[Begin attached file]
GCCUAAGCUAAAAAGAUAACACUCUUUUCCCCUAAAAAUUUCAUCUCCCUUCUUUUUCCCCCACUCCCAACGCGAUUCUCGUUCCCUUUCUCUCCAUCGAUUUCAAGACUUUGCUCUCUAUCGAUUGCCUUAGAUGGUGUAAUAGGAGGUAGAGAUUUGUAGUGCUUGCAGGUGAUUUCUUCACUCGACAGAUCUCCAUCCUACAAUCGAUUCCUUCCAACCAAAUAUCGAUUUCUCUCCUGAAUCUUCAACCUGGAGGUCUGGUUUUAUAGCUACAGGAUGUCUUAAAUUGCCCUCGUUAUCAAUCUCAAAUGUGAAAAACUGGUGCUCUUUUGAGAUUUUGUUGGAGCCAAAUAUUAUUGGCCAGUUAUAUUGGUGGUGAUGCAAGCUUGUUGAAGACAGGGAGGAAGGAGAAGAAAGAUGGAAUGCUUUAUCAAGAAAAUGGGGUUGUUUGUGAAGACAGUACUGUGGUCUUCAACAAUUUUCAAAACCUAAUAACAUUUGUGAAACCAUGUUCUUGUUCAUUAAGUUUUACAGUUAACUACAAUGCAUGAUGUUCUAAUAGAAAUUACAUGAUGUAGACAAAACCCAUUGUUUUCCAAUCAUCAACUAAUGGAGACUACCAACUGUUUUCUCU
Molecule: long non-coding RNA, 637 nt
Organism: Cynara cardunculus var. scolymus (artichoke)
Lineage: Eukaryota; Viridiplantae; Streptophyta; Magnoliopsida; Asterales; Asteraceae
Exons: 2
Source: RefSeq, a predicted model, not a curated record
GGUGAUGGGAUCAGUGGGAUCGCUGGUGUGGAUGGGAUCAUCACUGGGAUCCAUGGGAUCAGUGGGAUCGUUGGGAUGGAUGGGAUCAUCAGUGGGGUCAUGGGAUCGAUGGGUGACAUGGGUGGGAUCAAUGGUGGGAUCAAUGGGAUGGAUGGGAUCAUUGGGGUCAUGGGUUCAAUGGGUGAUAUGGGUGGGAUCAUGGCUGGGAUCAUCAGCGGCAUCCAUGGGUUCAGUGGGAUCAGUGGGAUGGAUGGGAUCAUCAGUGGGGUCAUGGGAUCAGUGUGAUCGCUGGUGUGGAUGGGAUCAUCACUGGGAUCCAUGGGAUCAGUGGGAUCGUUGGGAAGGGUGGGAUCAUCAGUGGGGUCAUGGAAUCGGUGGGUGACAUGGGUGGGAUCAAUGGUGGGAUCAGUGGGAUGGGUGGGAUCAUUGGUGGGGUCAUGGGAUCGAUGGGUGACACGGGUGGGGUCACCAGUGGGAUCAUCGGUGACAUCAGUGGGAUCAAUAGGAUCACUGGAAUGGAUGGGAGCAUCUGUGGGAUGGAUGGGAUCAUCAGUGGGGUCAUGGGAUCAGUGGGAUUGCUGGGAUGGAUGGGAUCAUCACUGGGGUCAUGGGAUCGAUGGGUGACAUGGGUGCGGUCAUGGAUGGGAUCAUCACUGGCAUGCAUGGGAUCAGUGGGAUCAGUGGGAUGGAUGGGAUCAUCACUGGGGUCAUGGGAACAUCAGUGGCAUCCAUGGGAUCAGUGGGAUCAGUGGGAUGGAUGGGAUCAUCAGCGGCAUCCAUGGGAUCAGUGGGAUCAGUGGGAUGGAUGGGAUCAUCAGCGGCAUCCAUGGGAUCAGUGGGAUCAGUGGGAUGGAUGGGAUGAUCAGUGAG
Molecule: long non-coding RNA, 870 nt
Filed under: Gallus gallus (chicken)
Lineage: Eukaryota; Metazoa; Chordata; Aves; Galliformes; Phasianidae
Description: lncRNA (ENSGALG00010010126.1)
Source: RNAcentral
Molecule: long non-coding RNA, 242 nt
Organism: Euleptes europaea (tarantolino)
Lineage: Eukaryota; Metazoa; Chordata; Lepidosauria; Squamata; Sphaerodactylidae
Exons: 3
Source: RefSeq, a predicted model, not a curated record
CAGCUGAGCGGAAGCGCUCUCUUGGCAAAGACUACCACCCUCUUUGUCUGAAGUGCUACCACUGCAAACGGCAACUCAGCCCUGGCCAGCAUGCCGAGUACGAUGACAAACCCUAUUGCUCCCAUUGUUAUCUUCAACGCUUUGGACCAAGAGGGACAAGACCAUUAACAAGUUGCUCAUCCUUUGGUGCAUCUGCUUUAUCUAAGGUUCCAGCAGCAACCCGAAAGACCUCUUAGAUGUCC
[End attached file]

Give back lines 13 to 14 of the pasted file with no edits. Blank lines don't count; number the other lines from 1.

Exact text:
Molecule: long non-coding RNA, 242 nt
Organism: Euleptes europaea (tarantolino)